The PCR products were denatured at 95C for 3 minutes and placed on a cold block until use. Each sample (4μL) was loaded on to pre-heated sequencing gel. Electrophoresis was performed at 60W for 90 minutes using a BIO-RAD Power Pack 3000 in 1X TBE buffer. Gels were silver-stained according to the protocol of Bassam et al. (1991).

Marker development

A total of 400 microsatellite primers from Rder et al. (1998) and the Wheat Microsatellite Consortium (WMC) were screened on parents 11IBWSN50 and Avocet S to identify parental polymorphisms. A leaf rust susceptible line WA1382 was included in the parental screening as well. Bulk segregant analysis (Michelmore et al. 1991) was performed on bulked DNA from 10 highly resistant and 8 highly susceptible individuals. The polymorphic and low stripe rust response linked markers were mapped on the entire population. The concentration of each individual component of the bulk was 30ng/μL.

Statistical analysis

Simple single marker regression analysis was performed to determine phenotype:genotype correlations.


The backcross derived population showed continuous variation for stripe rust response in field experiments at both PBIC and CIMMYT. The distribution of stripe rust severity at PBIC during 2002 is shown in Figure 1.

Figure 1. Distribution of 82 BC1F6 lines derived from Avocet S*2/ 11IBWSN50 PBIC during 2002.

Of 400 markers used, 38 showed polymorphism between Avocet S and 11IBWSN50. Eighteen of which covered 4 genomic regions (1B, 2A, 4B and 7D) and showed association with the DNA bulks based on stripe rust response. These polymorphic and linked markers were then screened on the entire population. Single marker regression analysis indicated a QTL by location interaction, with the CIMMYT trial detecting QTL linked to Xgwm495 on chromosome 4BL (LOD score 1.91), while the Australian trials in both years detected QTLs linked to Xgwm130 (LOD 1.36) and Xgwm295 (LOD 1.52) on chromosome 7DS. These markers (Xgwm495, Xgwm295 (Fig. 2) and Xgwm130) also showed polymorphism between 11IBWSN50 and a leaf rust susceptible parent WA1382 (Fig. 2).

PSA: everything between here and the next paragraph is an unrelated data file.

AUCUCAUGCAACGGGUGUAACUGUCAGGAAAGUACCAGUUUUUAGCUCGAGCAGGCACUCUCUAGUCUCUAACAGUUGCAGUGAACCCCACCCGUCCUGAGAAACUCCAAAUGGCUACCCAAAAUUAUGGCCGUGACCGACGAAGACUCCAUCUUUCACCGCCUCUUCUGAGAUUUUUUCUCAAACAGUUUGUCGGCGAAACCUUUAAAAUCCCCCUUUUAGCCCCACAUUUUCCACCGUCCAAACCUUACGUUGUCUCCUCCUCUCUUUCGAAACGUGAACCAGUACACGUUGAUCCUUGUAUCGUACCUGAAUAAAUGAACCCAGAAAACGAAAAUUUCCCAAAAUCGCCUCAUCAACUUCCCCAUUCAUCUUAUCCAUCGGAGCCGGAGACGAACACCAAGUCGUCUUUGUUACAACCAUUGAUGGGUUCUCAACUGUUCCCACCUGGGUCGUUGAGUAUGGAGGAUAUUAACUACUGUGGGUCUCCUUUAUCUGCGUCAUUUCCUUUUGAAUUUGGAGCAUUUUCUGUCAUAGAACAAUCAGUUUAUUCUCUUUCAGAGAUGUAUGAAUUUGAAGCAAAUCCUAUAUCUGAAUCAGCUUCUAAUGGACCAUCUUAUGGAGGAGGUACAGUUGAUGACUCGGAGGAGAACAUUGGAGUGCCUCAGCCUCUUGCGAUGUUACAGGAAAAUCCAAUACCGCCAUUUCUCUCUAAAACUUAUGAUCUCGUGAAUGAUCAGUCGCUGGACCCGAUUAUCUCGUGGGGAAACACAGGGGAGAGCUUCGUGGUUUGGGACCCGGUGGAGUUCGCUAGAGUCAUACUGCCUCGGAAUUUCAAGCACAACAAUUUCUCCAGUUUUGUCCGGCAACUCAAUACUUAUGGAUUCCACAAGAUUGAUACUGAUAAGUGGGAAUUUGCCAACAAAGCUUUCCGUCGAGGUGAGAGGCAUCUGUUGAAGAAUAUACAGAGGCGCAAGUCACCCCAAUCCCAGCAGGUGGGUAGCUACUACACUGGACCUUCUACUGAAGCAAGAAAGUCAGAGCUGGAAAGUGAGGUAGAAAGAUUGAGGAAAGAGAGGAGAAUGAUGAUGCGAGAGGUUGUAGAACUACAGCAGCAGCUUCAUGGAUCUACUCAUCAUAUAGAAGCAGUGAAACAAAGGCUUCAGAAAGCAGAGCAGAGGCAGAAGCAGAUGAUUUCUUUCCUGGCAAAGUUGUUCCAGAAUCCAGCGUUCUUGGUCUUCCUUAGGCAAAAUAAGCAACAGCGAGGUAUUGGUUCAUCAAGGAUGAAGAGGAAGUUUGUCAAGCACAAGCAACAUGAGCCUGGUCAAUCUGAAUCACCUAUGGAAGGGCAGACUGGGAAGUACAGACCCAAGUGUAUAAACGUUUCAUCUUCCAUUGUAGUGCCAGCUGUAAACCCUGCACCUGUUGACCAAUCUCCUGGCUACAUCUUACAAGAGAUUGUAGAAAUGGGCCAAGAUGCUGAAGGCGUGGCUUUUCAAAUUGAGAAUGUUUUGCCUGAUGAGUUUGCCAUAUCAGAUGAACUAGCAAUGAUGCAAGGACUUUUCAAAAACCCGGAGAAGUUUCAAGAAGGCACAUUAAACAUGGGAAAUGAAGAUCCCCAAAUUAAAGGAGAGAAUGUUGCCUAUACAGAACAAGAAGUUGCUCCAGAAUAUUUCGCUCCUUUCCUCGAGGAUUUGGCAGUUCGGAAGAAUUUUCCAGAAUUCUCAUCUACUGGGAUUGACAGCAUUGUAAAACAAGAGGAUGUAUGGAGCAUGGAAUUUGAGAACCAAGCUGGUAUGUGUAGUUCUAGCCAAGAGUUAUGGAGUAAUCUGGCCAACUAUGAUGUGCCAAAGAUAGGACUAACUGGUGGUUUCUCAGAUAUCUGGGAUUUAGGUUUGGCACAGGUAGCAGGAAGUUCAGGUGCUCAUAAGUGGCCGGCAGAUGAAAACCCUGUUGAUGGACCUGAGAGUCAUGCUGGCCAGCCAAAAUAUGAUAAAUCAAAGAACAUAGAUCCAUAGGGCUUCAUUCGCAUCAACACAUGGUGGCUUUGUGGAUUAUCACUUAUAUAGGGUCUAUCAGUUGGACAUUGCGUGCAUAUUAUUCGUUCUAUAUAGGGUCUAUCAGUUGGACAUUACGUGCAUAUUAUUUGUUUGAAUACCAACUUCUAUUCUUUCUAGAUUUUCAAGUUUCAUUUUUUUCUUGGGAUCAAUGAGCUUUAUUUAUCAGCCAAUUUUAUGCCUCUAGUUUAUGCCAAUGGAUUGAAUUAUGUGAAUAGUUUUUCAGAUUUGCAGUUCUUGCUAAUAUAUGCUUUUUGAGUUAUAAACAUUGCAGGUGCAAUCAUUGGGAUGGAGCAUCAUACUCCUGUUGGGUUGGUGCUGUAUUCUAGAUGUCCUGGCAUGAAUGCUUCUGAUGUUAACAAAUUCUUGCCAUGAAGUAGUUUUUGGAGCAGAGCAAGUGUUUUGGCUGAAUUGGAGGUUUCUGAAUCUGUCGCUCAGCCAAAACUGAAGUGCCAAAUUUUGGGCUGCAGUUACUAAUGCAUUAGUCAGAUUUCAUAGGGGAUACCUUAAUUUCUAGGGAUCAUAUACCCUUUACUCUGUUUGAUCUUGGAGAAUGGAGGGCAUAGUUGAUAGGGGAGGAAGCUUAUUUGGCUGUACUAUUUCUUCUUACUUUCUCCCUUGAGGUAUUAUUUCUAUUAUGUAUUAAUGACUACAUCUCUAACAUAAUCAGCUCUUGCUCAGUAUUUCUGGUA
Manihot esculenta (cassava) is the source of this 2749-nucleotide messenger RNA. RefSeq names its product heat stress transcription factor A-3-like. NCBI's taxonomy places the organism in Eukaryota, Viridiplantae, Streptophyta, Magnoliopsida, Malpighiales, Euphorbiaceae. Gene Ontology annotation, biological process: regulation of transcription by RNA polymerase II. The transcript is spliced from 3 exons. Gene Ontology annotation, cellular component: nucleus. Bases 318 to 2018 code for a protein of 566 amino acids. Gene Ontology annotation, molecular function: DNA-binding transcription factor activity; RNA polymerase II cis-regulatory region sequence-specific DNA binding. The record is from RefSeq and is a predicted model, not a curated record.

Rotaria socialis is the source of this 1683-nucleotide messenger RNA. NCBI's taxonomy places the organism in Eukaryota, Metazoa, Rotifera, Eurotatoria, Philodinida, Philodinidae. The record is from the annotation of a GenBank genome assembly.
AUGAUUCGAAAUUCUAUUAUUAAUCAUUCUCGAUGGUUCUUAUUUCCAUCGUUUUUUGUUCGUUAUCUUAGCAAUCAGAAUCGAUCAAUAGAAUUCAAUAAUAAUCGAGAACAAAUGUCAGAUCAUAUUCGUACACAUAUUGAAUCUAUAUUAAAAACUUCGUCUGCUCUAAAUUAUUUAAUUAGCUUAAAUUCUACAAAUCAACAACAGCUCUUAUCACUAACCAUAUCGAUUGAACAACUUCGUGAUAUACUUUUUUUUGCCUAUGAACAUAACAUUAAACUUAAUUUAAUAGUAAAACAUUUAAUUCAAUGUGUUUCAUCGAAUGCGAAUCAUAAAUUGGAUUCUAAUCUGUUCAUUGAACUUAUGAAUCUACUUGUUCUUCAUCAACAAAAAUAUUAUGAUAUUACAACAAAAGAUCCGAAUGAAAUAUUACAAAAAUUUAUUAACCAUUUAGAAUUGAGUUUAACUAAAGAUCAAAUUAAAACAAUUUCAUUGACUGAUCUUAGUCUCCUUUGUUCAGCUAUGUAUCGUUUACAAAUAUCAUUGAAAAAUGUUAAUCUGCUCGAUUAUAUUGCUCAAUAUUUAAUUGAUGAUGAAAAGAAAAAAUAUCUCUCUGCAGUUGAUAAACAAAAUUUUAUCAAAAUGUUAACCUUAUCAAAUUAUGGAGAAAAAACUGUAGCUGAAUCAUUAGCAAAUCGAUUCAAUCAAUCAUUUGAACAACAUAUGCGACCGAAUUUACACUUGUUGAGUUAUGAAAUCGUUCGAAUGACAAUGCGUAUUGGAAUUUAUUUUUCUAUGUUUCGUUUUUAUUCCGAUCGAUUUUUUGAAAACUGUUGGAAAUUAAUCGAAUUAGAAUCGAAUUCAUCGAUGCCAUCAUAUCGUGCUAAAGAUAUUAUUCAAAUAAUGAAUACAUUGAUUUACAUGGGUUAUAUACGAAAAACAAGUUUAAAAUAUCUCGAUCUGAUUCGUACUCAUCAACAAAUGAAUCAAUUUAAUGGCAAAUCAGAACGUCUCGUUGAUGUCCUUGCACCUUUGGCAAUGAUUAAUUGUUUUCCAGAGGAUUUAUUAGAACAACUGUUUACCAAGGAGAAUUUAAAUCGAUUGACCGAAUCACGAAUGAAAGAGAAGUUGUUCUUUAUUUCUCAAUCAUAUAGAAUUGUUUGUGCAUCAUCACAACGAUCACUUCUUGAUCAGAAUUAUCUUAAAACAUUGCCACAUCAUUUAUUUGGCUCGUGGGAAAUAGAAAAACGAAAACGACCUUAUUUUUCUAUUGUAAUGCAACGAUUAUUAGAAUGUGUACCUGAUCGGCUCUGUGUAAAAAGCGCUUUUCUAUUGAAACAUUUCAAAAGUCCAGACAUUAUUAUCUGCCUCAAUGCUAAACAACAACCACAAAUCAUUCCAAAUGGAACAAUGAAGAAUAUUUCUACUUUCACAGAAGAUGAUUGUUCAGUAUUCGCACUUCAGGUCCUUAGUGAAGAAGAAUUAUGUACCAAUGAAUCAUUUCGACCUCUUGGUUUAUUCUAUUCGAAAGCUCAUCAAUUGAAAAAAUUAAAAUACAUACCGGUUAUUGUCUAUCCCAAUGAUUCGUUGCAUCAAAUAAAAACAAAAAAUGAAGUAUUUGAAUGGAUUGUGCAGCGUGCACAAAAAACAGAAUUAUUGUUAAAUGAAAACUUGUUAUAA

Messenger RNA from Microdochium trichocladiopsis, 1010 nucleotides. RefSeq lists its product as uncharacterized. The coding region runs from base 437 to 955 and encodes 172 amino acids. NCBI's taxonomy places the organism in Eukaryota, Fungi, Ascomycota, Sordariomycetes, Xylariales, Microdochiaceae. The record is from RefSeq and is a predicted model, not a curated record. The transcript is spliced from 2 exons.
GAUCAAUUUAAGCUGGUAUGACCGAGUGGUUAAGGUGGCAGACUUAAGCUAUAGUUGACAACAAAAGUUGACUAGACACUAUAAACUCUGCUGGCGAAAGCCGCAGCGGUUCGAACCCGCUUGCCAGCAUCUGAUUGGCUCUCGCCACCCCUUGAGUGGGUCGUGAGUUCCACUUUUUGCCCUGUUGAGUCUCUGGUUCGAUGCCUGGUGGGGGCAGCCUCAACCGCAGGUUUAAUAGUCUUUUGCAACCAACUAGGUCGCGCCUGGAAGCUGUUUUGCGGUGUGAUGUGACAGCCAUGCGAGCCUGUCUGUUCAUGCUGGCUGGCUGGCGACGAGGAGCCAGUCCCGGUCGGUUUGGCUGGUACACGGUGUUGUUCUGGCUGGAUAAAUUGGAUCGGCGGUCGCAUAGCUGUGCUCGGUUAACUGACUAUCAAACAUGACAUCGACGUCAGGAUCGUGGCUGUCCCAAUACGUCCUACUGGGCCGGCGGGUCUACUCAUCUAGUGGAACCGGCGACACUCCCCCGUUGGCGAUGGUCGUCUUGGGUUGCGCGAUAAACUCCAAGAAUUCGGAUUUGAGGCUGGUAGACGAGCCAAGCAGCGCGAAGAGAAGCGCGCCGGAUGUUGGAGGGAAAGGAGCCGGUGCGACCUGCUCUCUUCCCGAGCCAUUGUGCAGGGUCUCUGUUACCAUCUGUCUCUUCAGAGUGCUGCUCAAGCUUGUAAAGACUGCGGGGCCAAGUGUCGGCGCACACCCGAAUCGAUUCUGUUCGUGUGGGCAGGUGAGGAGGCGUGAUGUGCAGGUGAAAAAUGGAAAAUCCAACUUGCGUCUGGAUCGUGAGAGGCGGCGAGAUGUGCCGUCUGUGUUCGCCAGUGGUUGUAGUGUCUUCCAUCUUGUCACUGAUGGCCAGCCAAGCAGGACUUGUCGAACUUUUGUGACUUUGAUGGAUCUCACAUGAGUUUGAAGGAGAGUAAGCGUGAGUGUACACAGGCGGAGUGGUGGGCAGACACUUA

Figure 2 Bulked segregant analysis results with Xgwm495 (left) and Xgwm295 (right) with leaf rust DNA bulks. Lane 1 susceptible parent, lane 2 resistant parent, lane 3 resistant bulk, gap and lane 4 susceptible bulk (Arrows indicate associated bands).